• Professor of Creative Writing


  • BA, University of Hawaii at Manoa, 1980
  • MA, SUNY Binghamton, 1985


Sylvia Watanabe's short story cycle, Talking to the Dead, was a finalist for the 1993 PEN Faulkner Award. She is the recipient of an NEA fellowship, a Josephine Miles Pen Oakland award in fiction and an Ohio Arts Council grant in nonfiction. Watanabe's fiction and nonfiction have appeared in many anthologies, including the O'Henry Prize and Pushcart Prize collections. During the 90's she co-edited two volumes of Asian American fiction, Home to Stay and Into the Fire, with Carol Bruchac, of the Greenfield Review Press. Home to Stay was the first anthology of Asian American women's fiction to be published in the U.S. In 2007-08, she received an Oberlin College award for excellence in teaching. Her current book-length fiction project is about the survivors of the American nuclear testing in the Pacific.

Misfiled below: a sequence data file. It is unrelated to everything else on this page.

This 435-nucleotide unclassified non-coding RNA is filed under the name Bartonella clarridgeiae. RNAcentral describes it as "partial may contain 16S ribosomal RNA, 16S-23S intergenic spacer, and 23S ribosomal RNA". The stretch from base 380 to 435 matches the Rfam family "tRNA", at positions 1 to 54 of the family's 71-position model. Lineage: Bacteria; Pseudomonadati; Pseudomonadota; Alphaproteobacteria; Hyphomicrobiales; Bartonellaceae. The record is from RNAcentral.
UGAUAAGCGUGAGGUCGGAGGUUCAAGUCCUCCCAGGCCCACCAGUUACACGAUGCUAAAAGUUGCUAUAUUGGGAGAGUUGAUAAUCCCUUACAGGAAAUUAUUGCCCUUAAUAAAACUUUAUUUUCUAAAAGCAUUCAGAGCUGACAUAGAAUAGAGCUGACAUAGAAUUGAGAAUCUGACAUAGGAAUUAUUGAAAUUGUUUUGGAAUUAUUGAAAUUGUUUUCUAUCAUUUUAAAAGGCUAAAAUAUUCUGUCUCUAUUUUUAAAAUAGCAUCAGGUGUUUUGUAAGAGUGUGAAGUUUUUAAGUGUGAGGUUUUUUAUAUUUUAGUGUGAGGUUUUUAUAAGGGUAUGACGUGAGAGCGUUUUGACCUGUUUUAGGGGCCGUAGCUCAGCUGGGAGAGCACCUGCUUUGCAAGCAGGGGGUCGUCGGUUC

• Sylvia Watanabe Reads at Lougheed Festival of the Arts

    November 21, 2014

    Sylvia Watanabe, associate professor of creative writing, was a featured reader at the Lougheed Festival of the Arts at SUNY Potsdam last May. She read from her novel-in-progress, “The Atomic History of Cassidy Bright.” An excerpt from the book, “The Lady in the Song,” has appeared in the Summer 2014 issue of the “Nashville Review,” published by Vanderbilt University.